Another development of this period was the exacerbation of the Sunni-Shia divide in the region and the emergence of new Arab leaders like President Abdelfatta al-Sisi in Egypt and the Saudi Crown Prince Mohammed bin Salman who were willing to see in Israel an ally against Iran, rather than the oppressor of the Palestinians. Netanyahu was quick to capitalize on these regional changes and discreetly built his ties to these rulers.
Meanwhile, on the wider global stage, another generational shift was taking place. Slowly, the impact of the 2008 global financial crisis, the backlash against globalization and the deeper national-identity crises of the post-Cold War period were beginning to effect political systems - bringing to the fore in many countries across the world leaders who were more to Netanyahu’s liking. The kind of leaders who wouldn’t pressure him on the Palestinian issue.
Benjamin Netanyahu was born in October 23, 1949, in Tel Aviv. Of the eleven men and one woman who have served as Prime Minister of Israel, he is still the only one to have been born after Israel’s independence. At sixty-nine, he shows no intention of leaving the political stage voluntarily. It seems so long ago, but he was once also Israel’s youngest-ever prime minister, first elected in 1996 at the age of 46.
Is Benjamin Netanyahu a populist leader inclined to authoritarianism?
There is no simple answer to that question. His father, Professor of history Benzion Netanyahu brought him up to be a member of the intellectual elite. He graduated from the prestigious Massachusetts Institute of Technology (MIT) with a degree in architecture and masters in business. He was in the process of writing a PhD in political science at Harvard. He is a voracious reader, whiling away hours during Knesset debates with books on history, philosophy and economics.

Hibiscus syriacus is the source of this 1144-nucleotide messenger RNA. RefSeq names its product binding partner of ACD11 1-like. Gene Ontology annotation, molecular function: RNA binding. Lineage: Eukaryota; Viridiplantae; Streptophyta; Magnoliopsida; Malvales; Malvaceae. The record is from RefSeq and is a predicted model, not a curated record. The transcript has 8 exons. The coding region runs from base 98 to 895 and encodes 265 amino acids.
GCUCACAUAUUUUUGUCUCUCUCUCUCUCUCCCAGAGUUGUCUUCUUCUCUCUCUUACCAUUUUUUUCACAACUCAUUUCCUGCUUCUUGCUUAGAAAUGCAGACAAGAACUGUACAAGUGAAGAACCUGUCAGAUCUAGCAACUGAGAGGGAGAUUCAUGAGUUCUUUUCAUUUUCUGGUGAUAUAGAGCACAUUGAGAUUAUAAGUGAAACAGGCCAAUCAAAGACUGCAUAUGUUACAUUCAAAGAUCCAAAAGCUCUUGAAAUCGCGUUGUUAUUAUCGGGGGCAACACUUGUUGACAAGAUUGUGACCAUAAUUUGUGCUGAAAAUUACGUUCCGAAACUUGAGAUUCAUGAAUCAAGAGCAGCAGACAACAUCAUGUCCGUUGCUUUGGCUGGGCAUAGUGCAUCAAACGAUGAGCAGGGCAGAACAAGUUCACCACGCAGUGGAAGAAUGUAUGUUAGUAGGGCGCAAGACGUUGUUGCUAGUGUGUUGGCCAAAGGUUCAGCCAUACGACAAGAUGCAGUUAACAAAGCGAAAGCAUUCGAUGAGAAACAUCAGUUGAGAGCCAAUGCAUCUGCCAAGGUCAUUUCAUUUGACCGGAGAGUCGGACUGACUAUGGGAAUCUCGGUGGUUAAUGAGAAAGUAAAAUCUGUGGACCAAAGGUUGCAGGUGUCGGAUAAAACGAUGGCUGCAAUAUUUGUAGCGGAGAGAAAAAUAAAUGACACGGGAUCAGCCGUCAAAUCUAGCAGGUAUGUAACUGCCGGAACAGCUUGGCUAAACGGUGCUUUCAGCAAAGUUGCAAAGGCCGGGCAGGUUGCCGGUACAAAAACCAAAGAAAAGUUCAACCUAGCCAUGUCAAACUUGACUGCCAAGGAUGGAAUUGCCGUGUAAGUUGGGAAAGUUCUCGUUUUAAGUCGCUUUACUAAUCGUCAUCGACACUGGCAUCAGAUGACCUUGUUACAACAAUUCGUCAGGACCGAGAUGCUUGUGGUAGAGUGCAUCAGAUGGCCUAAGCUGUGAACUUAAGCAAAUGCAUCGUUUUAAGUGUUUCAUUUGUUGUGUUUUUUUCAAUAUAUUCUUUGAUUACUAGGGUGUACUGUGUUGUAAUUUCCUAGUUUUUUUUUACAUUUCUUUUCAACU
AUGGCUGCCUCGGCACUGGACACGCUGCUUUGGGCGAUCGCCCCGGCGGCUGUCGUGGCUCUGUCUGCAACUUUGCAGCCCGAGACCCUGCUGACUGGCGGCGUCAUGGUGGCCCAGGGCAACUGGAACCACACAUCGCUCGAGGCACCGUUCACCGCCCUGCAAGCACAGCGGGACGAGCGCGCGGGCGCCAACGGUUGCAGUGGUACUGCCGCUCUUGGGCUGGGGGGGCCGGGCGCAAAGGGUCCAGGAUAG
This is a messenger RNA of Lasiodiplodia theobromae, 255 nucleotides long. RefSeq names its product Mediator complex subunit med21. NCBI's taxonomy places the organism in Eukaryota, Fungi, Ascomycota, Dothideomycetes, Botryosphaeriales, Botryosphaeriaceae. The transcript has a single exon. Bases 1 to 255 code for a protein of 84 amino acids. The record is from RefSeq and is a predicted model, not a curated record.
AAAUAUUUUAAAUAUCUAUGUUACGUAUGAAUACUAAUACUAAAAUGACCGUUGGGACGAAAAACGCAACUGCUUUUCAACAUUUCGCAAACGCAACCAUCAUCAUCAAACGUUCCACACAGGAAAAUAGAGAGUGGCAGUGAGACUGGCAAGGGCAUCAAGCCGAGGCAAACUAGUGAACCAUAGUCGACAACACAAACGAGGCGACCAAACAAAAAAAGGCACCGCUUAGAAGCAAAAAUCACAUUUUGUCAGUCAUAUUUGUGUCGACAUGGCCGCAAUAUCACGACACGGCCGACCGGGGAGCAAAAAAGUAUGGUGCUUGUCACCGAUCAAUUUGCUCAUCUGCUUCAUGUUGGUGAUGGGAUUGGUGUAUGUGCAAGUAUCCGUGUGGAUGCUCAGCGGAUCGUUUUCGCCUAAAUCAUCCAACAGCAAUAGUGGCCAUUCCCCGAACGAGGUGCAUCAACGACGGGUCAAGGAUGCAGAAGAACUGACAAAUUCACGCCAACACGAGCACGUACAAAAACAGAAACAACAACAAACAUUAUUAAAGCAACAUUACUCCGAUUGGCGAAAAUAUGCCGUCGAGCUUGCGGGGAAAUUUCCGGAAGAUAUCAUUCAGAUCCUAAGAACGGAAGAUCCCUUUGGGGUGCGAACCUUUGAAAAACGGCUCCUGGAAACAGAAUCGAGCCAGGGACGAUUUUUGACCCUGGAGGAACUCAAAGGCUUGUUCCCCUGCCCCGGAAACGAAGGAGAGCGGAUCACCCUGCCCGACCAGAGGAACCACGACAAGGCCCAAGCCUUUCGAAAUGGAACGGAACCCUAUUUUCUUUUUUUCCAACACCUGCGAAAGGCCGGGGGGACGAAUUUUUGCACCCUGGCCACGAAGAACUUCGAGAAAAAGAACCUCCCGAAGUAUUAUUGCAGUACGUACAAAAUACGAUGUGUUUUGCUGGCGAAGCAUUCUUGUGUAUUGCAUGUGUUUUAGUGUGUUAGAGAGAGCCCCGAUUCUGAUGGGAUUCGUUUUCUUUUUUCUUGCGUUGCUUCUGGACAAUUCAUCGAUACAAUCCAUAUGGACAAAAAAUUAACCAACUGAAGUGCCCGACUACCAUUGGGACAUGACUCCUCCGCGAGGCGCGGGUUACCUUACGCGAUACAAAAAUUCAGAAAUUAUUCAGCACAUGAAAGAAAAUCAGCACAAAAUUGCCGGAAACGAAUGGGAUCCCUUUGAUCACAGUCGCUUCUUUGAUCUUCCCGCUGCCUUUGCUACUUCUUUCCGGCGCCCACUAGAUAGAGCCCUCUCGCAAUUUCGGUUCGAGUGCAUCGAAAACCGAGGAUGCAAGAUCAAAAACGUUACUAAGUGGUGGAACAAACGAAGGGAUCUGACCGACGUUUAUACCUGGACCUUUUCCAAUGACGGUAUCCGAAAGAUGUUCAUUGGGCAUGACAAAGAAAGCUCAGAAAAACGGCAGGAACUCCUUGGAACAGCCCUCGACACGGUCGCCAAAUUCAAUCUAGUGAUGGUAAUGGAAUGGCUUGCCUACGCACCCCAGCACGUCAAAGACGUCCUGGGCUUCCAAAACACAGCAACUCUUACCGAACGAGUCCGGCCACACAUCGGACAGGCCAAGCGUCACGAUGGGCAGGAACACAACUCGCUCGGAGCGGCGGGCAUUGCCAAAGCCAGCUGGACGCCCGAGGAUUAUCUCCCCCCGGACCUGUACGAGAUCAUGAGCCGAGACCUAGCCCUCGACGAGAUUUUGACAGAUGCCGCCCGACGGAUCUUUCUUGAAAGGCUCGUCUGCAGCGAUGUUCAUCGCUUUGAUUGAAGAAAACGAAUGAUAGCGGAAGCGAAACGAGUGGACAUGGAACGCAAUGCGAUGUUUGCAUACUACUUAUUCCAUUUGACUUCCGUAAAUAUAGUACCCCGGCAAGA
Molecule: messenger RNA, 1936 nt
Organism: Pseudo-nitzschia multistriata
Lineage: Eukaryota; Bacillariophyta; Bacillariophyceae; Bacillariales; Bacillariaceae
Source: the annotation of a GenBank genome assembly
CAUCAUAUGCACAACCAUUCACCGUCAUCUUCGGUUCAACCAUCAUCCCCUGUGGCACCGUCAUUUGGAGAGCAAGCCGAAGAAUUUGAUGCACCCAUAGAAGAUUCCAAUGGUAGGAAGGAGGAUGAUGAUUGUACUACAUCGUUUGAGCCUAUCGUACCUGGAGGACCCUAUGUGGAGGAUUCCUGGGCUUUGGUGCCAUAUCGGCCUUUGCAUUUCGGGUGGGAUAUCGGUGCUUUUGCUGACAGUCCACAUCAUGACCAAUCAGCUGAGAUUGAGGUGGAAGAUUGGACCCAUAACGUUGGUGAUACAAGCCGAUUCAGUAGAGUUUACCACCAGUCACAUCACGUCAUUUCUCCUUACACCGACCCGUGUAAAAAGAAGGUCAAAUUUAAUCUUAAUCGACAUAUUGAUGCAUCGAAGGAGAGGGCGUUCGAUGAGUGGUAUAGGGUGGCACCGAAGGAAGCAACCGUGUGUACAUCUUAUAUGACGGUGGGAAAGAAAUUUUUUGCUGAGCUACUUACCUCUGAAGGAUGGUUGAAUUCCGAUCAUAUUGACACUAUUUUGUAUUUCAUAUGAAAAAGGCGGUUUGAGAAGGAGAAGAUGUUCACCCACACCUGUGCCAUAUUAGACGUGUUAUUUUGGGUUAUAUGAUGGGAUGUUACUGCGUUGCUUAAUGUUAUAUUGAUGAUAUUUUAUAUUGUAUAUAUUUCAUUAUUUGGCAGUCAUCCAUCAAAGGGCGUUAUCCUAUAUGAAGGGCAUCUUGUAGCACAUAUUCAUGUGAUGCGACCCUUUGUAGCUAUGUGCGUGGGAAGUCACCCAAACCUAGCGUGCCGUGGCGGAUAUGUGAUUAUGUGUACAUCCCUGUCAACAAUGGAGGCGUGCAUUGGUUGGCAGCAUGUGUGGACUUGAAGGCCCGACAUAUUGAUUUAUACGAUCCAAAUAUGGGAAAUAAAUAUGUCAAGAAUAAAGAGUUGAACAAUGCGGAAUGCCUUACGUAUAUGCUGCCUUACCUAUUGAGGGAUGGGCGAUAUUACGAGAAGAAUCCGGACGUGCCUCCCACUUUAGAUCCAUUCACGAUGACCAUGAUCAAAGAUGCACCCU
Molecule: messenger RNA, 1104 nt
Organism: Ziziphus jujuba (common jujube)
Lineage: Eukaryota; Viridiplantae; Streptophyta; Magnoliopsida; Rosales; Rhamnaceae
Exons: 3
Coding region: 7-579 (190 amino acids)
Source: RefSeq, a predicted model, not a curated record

But as a politician, not only is Netanyahu’s natural constituency made up of largely low-income, traditional and religious voters, most of whom have not gone to university, but he is adept at using the crudest populist and nationalist, often borderline racist, tactics to rally their support. In many ways he personifies the two different, contradictory strands of the Revisionist movement - of which today’s Likud party is the descendant.
When Zeev Jabotinsky, a Russian Zionist journalist, writer and poet, founded the Revisionist movement in 1925, it quickly established itself in opposition to three other prominent streams within Zionism. There were those on the left who believed that the Jews could return to their homeland and rebuild it alongside the current Arab majority. Mainstream, or political Zionists, didn’t believe in a binational state together with the local Arabs, but thought the best way to achieve Jewish statehood would be through international diplomacy. And there were "practical Zionists", who believed in creating “facts on the ground” through pioneering agricultural settlements, mainly Kibbutzim, in what was then Palestine.